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Second Stage - 2014-04-14
At The Last - 2014-04-08
Snack Bar Stories - 2014-03-31
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Night Writing - 2014-03-25

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2:49 p.m. - 2014-04-14
Second Stage

We have stepped onto the moving sidewalk of grief. Death, like airports, has its own momentum once the flight is confirmed. My father-in-law died yesterday in the very early morning. He chose, as most who love their families do, to leave when he was alone. The previous three weeks the house had been full. All of us there tending to him and each other in rotating shifts. The night before last obeying the unspoken imperative we all stayed home leaving MIL and FIL alone for the night. It was time. MIL went to bed after setting her alarm to wake for 2:00am meds. Except the alarm never went off. Oversleeping by an hour she rushed into the back bedroom and began to administer the morphine before she realized the man she'd lived with and loved for 56 years was gone. He was still quite warm and hours from rigor. As though he'd known MIL's accidental oversleeping was his only chance FIL left bare minutes before MIL came in. She sat with him until dawn, nothing changed except she'd shut off the oxygen machine.

That's how Mick knew as soon as he stepped inside his parents' house at 7:00am. Knew before MIL emerged from the hall and Mick saw her face and grief was confirmed. Like the poem* says,

'Bad news is not broken,
By kind tactful word;
The message is spoken
Ere the word can be heard.
The eye and the bearing,
The breath make it clear,
And the heart is despairing
Before the ears hear.'

And even before seeing his mother's face Mick knew from the absolute quiet. The non-sound of a silenced oxygen machine no longer needed.

Friday (maybe, the days ran in a blur without context of calendar) Mick and I went to the funeral parlor to make arrangements. Doing it in advance to spare MIL. Mick and his sister had decided this and while I worried about the highhandedness of making FIL's final arrangements without MIL's input (such 'loving gestures' can backfire big time) I sat with Mick in the slightly tatty conference room of the funeral home and ended up doing the deed myself. Picking the box and the vault and explaining how there'd be no public viewing nor announcement or obit in the newspaper. "Just us," I told the kind man in his sober mortician's clothing. A quiet last visit with the immediate family before a secular interment in the veteran's cemetery with a coffin flag and a guy blowing 'Taps' on a horn. FIL has no living family except for us and he'd outlived his few friends.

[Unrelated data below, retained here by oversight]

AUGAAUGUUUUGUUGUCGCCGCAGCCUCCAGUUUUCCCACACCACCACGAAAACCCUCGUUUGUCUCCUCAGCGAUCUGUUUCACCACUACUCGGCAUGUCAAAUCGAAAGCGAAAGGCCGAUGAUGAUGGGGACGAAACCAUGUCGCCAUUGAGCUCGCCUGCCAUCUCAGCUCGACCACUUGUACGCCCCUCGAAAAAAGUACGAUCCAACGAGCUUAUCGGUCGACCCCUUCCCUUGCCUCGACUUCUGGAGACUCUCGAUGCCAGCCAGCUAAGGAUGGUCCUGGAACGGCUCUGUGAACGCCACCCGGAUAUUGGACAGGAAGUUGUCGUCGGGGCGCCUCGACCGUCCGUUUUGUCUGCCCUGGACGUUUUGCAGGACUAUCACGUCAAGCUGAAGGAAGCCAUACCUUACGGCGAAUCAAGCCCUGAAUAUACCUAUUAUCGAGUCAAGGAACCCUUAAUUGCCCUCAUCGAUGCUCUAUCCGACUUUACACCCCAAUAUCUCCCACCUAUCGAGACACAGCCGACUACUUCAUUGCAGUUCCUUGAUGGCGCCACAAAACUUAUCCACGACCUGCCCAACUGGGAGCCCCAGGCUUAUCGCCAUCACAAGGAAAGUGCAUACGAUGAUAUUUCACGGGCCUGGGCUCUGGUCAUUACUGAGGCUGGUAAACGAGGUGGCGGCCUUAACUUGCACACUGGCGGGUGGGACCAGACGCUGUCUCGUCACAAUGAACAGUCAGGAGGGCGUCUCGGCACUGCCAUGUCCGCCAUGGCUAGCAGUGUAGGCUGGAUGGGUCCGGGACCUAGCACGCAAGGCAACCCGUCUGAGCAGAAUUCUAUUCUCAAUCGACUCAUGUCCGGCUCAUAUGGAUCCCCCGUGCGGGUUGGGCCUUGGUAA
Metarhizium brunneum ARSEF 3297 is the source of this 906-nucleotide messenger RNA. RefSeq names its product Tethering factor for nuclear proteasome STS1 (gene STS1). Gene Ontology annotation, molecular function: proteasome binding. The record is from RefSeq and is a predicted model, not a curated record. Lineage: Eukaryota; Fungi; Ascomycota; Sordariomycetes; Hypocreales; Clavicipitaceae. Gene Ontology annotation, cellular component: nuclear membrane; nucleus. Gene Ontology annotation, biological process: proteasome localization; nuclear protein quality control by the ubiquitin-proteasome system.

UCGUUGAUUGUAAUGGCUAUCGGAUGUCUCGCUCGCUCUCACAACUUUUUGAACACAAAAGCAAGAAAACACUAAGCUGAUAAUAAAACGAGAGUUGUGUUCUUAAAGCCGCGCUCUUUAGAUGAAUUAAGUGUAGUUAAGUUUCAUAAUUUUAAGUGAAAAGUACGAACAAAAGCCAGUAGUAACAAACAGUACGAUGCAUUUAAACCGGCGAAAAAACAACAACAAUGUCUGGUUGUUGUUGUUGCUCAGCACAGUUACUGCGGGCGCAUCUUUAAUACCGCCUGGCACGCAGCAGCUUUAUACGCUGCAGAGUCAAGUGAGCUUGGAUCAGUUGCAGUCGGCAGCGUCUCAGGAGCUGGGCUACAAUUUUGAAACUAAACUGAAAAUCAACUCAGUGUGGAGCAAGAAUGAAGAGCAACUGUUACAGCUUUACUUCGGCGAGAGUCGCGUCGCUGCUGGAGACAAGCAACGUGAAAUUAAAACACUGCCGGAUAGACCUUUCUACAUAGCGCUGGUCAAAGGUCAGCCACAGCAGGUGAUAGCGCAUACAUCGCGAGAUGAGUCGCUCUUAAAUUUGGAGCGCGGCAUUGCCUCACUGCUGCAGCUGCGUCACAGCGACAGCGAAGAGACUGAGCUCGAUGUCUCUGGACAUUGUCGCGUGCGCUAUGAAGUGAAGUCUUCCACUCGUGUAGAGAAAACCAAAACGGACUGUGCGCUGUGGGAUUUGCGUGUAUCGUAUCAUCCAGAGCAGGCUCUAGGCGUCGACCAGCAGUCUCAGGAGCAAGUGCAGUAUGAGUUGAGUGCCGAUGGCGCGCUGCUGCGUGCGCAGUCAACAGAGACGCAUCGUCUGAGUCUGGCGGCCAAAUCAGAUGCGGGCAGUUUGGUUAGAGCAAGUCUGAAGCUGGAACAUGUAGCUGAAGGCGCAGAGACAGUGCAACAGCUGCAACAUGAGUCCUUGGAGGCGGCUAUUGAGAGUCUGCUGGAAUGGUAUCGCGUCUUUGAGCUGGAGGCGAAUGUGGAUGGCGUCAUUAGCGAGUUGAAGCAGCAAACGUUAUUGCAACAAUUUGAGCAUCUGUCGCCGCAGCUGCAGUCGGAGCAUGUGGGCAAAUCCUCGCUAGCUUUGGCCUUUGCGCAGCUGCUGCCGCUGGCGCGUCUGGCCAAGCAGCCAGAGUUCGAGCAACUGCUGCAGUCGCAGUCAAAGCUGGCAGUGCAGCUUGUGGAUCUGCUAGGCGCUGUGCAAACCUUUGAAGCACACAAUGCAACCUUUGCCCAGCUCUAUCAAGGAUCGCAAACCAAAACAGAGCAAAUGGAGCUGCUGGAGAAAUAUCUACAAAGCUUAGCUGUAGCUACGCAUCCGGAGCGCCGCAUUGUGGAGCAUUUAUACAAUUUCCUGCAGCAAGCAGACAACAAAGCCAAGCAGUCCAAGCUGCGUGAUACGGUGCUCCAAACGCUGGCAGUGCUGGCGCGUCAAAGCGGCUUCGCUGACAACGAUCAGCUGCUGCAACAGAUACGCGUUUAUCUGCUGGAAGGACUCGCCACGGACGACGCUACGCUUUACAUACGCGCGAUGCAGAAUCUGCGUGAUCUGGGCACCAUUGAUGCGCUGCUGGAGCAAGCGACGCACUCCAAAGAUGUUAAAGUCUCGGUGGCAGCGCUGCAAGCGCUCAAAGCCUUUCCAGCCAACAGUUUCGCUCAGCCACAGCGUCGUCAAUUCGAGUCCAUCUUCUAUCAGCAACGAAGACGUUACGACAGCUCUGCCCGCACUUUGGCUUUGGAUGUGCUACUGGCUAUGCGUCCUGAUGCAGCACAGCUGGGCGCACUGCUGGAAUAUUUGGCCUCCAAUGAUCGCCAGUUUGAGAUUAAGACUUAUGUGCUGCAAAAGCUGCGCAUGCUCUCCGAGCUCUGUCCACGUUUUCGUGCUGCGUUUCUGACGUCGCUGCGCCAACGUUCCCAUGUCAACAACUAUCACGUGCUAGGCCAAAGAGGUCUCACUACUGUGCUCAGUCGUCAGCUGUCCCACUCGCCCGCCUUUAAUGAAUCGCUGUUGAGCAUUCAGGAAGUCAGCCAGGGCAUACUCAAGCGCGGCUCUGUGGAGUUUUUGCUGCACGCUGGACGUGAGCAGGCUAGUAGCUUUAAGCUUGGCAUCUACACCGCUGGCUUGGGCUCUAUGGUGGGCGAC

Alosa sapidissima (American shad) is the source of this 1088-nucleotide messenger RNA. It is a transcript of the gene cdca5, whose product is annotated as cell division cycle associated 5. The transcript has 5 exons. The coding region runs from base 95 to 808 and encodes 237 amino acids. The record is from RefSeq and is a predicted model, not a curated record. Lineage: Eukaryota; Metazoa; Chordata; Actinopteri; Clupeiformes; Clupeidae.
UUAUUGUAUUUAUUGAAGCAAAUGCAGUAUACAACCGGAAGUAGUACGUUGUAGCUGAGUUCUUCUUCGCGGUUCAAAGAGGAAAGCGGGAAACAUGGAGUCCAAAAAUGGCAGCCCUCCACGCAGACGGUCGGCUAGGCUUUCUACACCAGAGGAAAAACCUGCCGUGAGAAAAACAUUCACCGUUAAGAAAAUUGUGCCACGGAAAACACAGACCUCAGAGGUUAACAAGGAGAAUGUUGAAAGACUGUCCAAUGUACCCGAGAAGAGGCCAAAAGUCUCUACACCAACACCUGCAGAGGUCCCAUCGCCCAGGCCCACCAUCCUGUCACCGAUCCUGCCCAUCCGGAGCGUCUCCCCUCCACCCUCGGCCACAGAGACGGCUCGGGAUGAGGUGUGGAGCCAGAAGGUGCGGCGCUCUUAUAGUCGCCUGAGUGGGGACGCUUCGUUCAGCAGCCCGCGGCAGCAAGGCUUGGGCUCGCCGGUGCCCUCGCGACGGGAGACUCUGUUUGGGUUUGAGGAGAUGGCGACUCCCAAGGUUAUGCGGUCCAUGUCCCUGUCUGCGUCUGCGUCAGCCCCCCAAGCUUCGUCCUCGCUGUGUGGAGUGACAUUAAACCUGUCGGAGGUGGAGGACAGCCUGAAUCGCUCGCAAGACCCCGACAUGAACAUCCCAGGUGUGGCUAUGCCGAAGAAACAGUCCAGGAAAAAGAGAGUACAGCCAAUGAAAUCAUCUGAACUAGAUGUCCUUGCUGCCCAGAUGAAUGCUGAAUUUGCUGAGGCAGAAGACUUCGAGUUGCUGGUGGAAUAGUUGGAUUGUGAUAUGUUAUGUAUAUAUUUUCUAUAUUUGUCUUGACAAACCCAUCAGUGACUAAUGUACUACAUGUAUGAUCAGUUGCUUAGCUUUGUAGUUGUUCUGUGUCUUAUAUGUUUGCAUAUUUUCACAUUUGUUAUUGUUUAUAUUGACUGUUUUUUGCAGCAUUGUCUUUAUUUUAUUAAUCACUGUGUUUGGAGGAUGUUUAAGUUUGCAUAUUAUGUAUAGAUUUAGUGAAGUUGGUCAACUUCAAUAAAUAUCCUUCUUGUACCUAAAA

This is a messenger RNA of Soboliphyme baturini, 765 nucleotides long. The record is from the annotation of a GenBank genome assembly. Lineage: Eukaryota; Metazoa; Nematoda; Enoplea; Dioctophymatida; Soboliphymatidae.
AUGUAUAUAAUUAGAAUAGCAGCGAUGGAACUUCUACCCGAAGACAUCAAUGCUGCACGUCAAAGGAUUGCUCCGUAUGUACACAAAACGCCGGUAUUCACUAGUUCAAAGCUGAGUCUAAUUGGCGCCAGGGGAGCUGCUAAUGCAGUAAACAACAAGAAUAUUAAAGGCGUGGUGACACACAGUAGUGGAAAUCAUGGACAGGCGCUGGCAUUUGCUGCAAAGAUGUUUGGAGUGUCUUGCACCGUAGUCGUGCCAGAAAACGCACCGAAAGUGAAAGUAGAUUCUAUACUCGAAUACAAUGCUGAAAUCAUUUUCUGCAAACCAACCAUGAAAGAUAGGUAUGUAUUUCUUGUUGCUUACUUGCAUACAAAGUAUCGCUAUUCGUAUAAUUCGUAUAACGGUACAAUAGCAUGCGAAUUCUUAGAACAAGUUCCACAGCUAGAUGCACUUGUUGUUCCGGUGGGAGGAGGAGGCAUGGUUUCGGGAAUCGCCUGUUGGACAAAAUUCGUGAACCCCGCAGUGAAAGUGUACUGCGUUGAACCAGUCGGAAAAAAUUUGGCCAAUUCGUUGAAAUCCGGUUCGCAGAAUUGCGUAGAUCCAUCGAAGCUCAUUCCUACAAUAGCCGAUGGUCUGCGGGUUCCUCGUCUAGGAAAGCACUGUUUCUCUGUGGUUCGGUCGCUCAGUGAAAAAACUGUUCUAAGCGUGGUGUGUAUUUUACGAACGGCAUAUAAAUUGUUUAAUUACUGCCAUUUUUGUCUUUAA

Mick supplied the genealogical data for the death certificate and included Wolf among FIL's descendants. His grip on my hand was fierce and left it dented and red and tingling when he had to let go to the sign the contract. The whole business would have been impossibly grim if not for the farce that happened next. We'd just finished with everything when the phone rang in the adjacent office and we clearly overheard the office manager saying, "O'Gaelic? Yes. Interment in the Podunkville veteran's cemetery?" And we realized it was MIL on the line. She'd decided to start the arrangements herself in a quiet moment while SIL was in town making a grocery run. The office manager put MIL on hold and ran back to us ashen-faced and asked what she should do in a whisper-shriek, her eyes rolling in a panic. I shooed Mick off to pick up the phone and speak to his mother. He did, but MIL believing she'd accidentally clicked through to Mick on the call-waiting tried like hell to not let her son know she was on the other line with the funeral home who'd be prepping and burying his father. After some Abbott and Costello-esque fumbling Mick finally made his mother understand that we were AT the funeral parlor and had taken care of everything already. It was too absurd. The funeral director was reduced to unprofessional giggles, Mick's sorrow was shoved aside by the dopiness of the situation and he laughed with the flummoxed funeral director and I had a weird cross-connect to Evelyn Waugh's 'The Loved One' and started hearing everything in a plummy British accent.